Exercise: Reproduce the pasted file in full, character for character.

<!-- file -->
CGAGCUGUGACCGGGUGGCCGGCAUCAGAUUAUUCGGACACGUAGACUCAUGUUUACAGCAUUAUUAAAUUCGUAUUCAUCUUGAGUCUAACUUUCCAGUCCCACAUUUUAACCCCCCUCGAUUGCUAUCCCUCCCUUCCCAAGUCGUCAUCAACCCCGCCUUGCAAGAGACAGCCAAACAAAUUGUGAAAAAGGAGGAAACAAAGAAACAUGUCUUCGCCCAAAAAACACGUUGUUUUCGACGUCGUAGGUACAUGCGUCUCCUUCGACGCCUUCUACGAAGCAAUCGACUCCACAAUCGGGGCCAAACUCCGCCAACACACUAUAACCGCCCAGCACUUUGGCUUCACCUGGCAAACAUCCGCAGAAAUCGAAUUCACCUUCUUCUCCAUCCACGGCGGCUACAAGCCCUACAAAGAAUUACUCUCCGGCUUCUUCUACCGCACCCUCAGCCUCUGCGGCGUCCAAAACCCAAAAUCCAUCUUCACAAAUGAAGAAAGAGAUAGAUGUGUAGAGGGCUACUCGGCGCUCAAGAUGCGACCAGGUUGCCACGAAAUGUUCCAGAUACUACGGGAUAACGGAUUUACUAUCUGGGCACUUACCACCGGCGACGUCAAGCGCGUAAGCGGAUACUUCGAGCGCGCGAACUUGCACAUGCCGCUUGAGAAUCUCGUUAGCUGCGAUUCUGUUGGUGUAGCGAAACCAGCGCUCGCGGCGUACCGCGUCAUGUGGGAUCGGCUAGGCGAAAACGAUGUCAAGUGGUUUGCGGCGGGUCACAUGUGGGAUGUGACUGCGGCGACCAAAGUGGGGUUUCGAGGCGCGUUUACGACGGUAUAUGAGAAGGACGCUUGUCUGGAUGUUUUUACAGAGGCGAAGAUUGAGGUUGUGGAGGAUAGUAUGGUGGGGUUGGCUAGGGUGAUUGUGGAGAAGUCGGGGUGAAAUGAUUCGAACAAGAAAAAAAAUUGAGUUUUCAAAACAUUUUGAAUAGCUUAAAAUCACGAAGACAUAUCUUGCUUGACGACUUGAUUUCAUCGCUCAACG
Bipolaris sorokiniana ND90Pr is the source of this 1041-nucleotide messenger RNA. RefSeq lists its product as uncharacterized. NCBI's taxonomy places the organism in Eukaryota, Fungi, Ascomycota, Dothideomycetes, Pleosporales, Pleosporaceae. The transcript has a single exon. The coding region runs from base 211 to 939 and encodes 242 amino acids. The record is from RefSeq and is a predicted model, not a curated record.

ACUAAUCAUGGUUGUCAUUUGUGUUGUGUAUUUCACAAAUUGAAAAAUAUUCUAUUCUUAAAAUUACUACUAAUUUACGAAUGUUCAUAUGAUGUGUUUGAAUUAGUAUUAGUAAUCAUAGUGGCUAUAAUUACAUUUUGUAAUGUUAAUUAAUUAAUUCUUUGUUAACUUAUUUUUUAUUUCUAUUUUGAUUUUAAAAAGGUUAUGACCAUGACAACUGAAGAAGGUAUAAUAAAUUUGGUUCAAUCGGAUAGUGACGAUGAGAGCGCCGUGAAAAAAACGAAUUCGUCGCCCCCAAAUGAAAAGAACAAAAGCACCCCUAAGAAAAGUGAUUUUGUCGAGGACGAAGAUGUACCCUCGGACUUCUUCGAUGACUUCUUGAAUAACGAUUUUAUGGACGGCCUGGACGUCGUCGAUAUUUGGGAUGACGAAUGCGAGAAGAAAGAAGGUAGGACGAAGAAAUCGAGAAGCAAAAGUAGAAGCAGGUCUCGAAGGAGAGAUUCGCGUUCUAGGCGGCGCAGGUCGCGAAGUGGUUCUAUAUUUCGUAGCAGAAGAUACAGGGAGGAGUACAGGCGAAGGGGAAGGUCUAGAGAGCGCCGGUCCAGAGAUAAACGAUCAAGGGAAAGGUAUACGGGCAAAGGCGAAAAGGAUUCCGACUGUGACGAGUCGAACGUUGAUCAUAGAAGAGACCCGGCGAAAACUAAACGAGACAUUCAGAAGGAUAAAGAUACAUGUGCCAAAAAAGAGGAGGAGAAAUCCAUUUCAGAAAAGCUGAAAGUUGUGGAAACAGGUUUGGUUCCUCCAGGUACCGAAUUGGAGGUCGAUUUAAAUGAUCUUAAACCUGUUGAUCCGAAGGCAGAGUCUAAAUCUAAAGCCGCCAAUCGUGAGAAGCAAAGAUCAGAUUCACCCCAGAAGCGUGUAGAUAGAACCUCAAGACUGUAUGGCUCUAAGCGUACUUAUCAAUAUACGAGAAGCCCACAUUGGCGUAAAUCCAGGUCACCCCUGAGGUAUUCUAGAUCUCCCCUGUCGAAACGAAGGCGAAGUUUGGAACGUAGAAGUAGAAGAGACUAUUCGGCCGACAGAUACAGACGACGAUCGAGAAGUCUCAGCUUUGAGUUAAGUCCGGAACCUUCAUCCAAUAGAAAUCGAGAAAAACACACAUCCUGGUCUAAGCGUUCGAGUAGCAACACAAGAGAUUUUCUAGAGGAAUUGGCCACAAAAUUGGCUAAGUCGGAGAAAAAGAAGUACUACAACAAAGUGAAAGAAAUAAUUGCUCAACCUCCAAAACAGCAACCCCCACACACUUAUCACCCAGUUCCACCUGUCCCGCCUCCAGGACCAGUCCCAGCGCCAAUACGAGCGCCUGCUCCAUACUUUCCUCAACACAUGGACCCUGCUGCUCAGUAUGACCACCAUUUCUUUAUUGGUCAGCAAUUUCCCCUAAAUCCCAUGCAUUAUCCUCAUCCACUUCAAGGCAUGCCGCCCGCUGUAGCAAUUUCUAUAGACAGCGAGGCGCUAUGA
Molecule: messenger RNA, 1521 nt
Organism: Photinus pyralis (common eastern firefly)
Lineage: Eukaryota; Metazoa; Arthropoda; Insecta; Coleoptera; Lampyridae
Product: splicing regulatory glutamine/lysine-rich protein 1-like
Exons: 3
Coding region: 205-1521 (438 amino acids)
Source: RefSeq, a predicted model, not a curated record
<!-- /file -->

CGAGCUGUGACCGGGUGGCCGGCAUCAGAUUAUUCGGACACGUAGACUCAUGUUUACAGCAUUAUUAAAUUCGUAUUCAUCUUGAGUCUAACUUUCCAGUCCCACAUUUUAACCCCCCUCGAUUGCUAUCCCUCCCUUCCCAAGUCGUCAUCAACCCCGCCUUGCAAGAGACAGCCAAACAAAUUGUGAAAAAGGAGGAAACAAAGAAACAUGUCUUCGCCCAAAAAACACGUUGUUUUCGACGUCGUAGGUACAUGCGUCUCCUUCGACGCCUUCUACGAAGCAAUCGACUCCACAAUCGGGGCCAAACUCCGCCAACACACUAUAACCGCCCAGCACUUUGGCUUCACCUGGCAAACAUCCGCAGAAAUCGAAUUCACCUUCUUCUCCAUCCACGGCGGCUACAAGCCCUACAAAGAAUUACUCUCCGGCUUCUUCUACCGCACCCUCAGCCUCUGCGGCGUCCAAAACCCAAAAUCCAUCUUCACAAAUGAAGAAAGAGAUAGAUGUGUAGAGGGCUACUCGGCGCUCAAGAUGCGACCAGGUUGCCACGAAAUGUUCCAGAUACUACGGGAUAACGGAUUUACUAUCUGGGCACUUACCACCGGCGACGUCAAGCGCGUAAGCGGAUACUUCGAGCGCGCGAACUUGCACAUGCCGCUUGAGAAUCUCGUUAGCUGCGAUUCUGUUGGUGUAGCGAAACCAGCGCUCGCGGCGUACCGCGUCAUGUGGGAUCGGCUAGGCGAAAACGAUGUCAAGUGGUUUGCGGCGGGUCACAUGUGGGAUGUGACUGCGGCGACCAAAGUGGGGUUUCGAGGCGCGUUUACGACGGUAUAUGAGAAGGACGCUUGUCUGGAUGUUUUUACAGAGGCGAAGAUUGAGGUUGUGGAGGAUAGUAUGGUGGGGUUGGCUAGGGUGAUUGUGGAGAAGUCGGGGUGAAAUGAUUCGAACAAGAAAAAAAAUUGAGUUUUCAAAACAUUUUGAAUAGCUUAAAAUCACGAAGACAUAUCUUGCUUGACGACUUGAUUUCAUCGCUCAACG
Bipolaris sorokiniana ND90Pr is the source of this 1041-nucleotide messenger RNA. RefSeq lists its product as uncharacterized. NCBI's taxonomy places the organism in Eukaryota, Fungi, Ascomycota, Dothideomycetes, Pleosporales, Pleosporaceae. The transcript has a single exon. The coding region runs from base 211 to 939 and encodes 242 amino acids. The record is from RefSeq and is a predicted model, not a curated record.

ACUAAUCAUGGUUGUCAUUUGUGUUGUGUAUUUCACAAAUUGAAAAAUAUUCUAUUCUUAAAAUUACUACUAAUUUACGAAUGUUCAUAUGAUGUGUUUGAAUUAGUAUUAGUAAUCAUAGUGGCUAUAAUUACAUUUUGUAAUGUUAAUUAAUUAAUUCUUUGUUAACUUAUUUUUUAUUUCUAUUUUGAUUUUAAAAAGGUUAUGACCAUGACAACUGAAGAAGGUAUAAUAAAUUUGGUUCAAUCGGAUAGUGACGAUGAGAGCGCCGUGAAAAAAACGAAUUCGUCGCCCCCAAAUGAAAAGAACAAAAGCACCCCUAAGAAAAGUGAUUUUGUCGAGGACGAAGAUGUACCCUCGGACUUCUUCGAUGACUUCUUGAAUAACGAUUUUAUGGACGGCCUGGACGUCGUCGAUAUUUGGGAUGACGAAUGCGAGAAGAAAGAAGGUAGGACGAAGAAAUCGAGAAGCAAAAGUAGAAGCAGGUCUCGAAGGAGAGAUUCGCGUUCUAGGCGGCGCAGGUCGCGAAGUGGUUCUAUAUUUCGUAGCAGAAGAUACAGGGAGGAGUACAGGCGAAGGGGAAGGUCUAGAGAGCGCCGGUCCAGAGAUAAACGAUCAAGGGAAAGGUAUACGGGCAAAGGCGAAAAGGAUUCCGACUGUGACGAGUCGAACGUUGAUCAUAGAAGAGACCCGGCGAAAACUAAACGAGACAUUCAGAAGGAUAAAGAUACAUGUGCCAAAAAAGAGGAGGAGAAAUCCAUUUCAGAAAAGCUGAAAGUUGUGGAAACAGGUUUGGUUCCUCCAGGUACCGAAUUGGAGGUCGAUUUAAAUGAUCUUAAACCUGUUGAUCCGAAGGCAGAGUCUAAAUCUAAAGCCGCCAAUCGUGAGAAGCAAAGAUCAGAUUCACCCCAGAAGCGUGUAGAUAGAACCUCAAGACUGUAUGGCUCUAAGCGUACUUAUCAAUAUACGAGAAGCCCACAUUGGCGUAAAUCCAGGUCACCCCUGAGGUAUUCUAGAUCUCCCCUGUCGAAACGAAGGCGAAGUUUGGAACGUAGAAGUAGAAGAGACUAUUCGGCCGACAGAUACAGACGACGAUCGAGAAGUCUCAGCUUUGAGUUAAGUCCGGAACCUUCAUCCAAUAGAAAUCGAGAAAAACACACAUCCUGGUCUAAGCGUUCGAGUAGCAACACAAGAGAUUUUCUAGAGGAAUUGGCCACAAAAUUGGCUAAGUCGGAGAAAAAGAAGUACUACAACAAAGUGAAAGAAAUAAUUGCUCAACCUCCAAAACAGCAACCCCCACACACUUAUCACCCAGUUCCACCUGUCCCGCCUCCAGGACCAGUCCCAGCGCCAAUACGAGCGCCUGCUCCAUACUUUCCUCAACACAUGGACCCUGCUGCUCAGUAUGACCACCAUUUCUUUAUUGGUCAGCAAUUUCCCCUAAAUCCCAUGCAUUAUCCUCAUCCACUUCAAGGCAUGCCGCCCGCUGUAGCAAUUUCUAUAGACAGCGAGGCGCUAUGA
Molecule: messenger RNA, 1521 nt
Organism: Photinus pyralis (common eastern firefly)
Lineage: Eukaryota; Metazoa; Arthropoda; Insecta; Coleoptera; Lampyridae
Product: splicing regulatory glutamine/lysine-rich protein 1-like
Exons: 3
Coding region: 205-1521 (438 amino acids)
Source: RefSeq, a predicted model, not a curated record